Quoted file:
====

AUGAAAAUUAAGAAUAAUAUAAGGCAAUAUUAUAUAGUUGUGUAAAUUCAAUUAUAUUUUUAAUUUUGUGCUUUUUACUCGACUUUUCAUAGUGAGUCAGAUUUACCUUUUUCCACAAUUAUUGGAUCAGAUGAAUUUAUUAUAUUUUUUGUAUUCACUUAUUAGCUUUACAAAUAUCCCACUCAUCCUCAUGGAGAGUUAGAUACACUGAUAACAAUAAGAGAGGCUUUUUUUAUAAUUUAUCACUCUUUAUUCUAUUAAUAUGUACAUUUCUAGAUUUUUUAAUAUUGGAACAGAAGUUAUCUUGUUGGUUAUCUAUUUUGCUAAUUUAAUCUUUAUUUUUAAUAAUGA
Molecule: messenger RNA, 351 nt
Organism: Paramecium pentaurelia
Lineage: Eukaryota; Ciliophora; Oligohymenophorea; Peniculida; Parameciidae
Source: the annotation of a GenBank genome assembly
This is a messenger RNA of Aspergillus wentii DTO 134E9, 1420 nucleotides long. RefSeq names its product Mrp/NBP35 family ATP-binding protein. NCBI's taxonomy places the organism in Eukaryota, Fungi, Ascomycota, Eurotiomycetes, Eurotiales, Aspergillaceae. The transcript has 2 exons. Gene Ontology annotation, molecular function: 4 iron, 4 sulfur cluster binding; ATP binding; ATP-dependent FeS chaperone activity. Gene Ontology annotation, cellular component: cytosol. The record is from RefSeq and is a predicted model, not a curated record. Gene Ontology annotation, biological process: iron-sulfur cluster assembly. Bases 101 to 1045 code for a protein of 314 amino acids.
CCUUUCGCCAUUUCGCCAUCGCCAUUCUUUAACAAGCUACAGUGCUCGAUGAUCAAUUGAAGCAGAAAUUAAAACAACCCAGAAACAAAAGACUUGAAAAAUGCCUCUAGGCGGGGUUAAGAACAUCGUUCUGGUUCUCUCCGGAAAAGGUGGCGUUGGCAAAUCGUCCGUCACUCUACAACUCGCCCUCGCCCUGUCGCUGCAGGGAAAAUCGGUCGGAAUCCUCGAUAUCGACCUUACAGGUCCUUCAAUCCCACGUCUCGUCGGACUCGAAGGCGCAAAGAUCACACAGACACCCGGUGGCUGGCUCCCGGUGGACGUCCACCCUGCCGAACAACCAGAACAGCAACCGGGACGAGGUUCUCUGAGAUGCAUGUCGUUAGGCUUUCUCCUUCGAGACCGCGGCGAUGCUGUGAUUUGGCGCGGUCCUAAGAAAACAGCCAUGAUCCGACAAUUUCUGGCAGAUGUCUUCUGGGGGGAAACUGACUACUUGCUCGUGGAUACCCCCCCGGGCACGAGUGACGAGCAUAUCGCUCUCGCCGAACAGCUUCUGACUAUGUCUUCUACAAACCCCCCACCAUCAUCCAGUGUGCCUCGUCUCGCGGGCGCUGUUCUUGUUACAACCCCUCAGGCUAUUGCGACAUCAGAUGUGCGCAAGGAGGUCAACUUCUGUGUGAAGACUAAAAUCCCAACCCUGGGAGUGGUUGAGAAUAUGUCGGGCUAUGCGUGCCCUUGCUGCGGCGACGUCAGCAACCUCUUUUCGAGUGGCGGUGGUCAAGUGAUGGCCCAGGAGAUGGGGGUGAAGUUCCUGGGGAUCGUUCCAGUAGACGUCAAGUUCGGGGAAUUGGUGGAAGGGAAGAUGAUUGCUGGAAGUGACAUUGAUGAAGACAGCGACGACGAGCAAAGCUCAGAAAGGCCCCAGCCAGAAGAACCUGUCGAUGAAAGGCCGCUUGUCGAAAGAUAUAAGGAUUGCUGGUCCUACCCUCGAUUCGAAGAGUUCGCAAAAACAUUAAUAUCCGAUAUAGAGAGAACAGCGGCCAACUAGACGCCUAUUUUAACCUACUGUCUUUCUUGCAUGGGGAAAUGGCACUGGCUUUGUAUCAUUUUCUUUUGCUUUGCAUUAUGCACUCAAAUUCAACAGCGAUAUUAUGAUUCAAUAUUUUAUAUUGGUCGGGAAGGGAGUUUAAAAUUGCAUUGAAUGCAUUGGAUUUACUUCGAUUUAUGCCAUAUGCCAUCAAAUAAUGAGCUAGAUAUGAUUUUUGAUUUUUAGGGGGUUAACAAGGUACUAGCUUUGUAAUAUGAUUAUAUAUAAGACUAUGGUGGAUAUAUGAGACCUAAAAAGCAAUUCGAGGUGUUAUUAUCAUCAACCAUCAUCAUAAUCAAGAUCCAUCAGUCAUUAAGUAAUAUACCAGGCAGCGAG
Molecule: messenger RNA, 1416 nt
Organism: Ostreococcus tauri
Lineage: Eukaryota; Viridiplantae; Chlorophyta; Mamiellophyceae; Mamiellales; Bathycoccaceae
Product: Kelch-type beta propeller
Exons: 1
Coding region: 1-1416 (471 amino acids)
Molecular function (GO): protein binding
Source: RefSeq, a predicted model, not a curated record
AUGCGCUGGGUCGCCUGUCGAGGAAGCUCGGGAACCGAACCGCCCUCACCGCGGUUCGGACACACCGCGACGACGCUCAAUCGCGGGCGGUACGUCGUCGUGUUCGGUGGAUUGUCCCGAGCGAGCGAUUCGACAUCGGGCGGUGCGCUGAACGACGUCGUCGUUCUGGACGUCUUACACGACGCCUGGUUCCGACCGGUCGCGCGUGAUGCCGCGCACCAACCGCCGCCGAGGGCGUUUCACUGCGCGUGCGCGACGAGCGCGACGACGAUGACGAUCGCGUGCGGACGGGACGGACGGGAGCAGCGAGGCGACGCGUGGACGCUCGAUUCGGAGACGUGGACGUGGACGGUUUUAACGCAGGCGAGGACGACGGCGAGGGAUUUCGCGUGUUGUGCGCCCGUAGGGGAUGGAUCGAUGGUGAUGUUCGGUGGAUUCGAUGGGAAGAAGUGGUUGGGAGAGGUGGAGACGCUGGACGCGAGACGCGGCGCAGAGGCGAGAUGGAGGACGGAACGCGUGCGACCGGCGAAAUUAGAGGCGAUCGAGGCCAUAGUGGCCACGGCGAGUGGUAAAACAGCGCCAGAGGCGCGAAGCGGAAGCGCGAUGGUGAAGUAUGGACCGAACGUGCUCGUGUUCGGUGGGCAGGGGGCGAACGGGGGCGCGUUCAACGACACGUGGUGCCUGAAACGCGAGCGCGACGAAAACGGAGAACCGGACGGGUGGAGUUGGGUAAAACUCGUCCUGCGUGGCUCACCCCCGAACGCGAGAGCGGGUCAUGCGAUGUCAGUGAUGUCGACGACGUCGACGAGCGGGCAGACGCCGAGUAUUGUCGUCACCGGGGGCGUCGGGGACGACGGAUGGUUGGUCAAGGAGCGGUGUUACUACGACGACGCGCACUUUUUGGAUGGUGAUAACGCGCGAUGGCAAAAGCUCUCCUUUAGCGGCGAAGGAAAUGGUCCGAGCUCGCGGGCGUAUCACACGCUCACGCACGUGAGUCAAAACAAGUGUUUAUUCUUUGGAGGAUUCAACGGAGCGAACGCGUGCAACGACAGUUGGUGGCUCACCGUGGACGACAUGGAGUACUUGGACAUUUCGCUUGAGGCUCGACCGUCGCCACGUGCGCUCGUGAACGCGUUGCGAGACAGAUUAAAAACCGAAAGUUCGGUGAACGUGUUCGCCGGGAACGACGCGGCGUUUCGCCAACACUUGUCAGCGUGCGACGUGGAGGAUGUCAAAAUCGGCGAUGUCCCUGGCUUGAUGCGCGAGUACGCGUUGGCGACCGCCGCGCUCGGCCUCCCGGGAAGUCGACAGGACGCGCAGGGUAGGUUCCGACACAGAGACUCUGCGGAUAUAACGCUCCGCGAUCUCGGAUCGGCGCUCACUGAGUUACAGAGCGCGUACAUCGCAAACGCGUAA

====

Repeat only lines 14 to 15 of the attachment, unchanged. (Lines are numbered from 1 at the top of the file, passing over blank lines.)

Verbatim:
Molecular function (GO): protein binding
Source: RefSeq, a predicted model, not a curated record